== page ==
Emotion Review 1 (3):248--55 (2009)
The phenomenology of emotions has traditionally been understood in terms of bodily sensations they involve. This is a mistake. We should instead understand their phenomenology in terms of their distinctively evaluative intentionality. Emotions are essentially affective modes of response to the ways our circumstances come to matter to us, and so they are ways of being pleased or pained by those circumstances. Making sense of the intentionality and phenomenology of emotions in this way requires rejecting traditional understandings of intentionality and so coming to see emotions as a distinctive and irreducible class of mental states lying at the intersection of intentionality, phenomenology, and motivation.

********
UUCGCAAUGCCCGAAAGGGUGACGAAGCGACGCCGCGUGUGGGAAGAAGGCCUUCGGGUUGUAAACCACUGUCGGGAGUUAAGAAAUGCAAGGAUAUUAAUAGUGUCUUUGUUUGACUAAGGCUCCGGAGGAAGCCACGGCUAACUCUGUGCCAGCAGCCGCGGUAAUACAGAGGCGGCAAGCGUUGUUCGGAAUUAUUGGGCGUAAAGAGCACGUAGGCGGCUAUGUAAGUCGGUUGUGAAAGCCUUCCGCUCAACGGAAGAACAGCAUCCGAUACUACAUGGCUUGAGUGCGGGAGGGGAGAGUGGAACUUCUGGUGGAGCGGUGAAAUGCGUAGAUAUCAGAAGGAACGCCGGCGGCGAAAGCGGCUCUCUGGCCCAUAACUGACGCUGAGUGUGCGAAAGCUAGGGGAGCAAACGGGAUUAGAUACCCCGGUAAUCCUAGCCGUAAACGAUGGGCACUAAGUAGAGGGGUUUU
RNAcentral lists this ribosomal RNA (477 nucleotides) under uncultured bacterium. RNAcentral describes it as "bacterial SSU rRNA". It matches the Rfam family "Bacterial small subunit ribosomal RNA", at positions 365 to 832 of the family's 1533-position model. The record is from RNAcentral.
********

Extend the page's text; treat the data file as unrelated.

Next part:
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Making Sense of Unpleasantness: Evaluationism and Shooting the Messenger.Paul Boswell - 2016 - Philosophical Studies 173 (11):2969-2992.
Transparent Emotions? A Critical Analysis of Moran's Transparency Claim.Naomi Kloosterboer - 2015 - Philosophical Explorations 18 (2):246-258.
Beyond Perceptualism: Introduction to the Special Issue.Sabine A. Döring & Anika Lutz - 2015 - Dialectica 69 (3):259-270.
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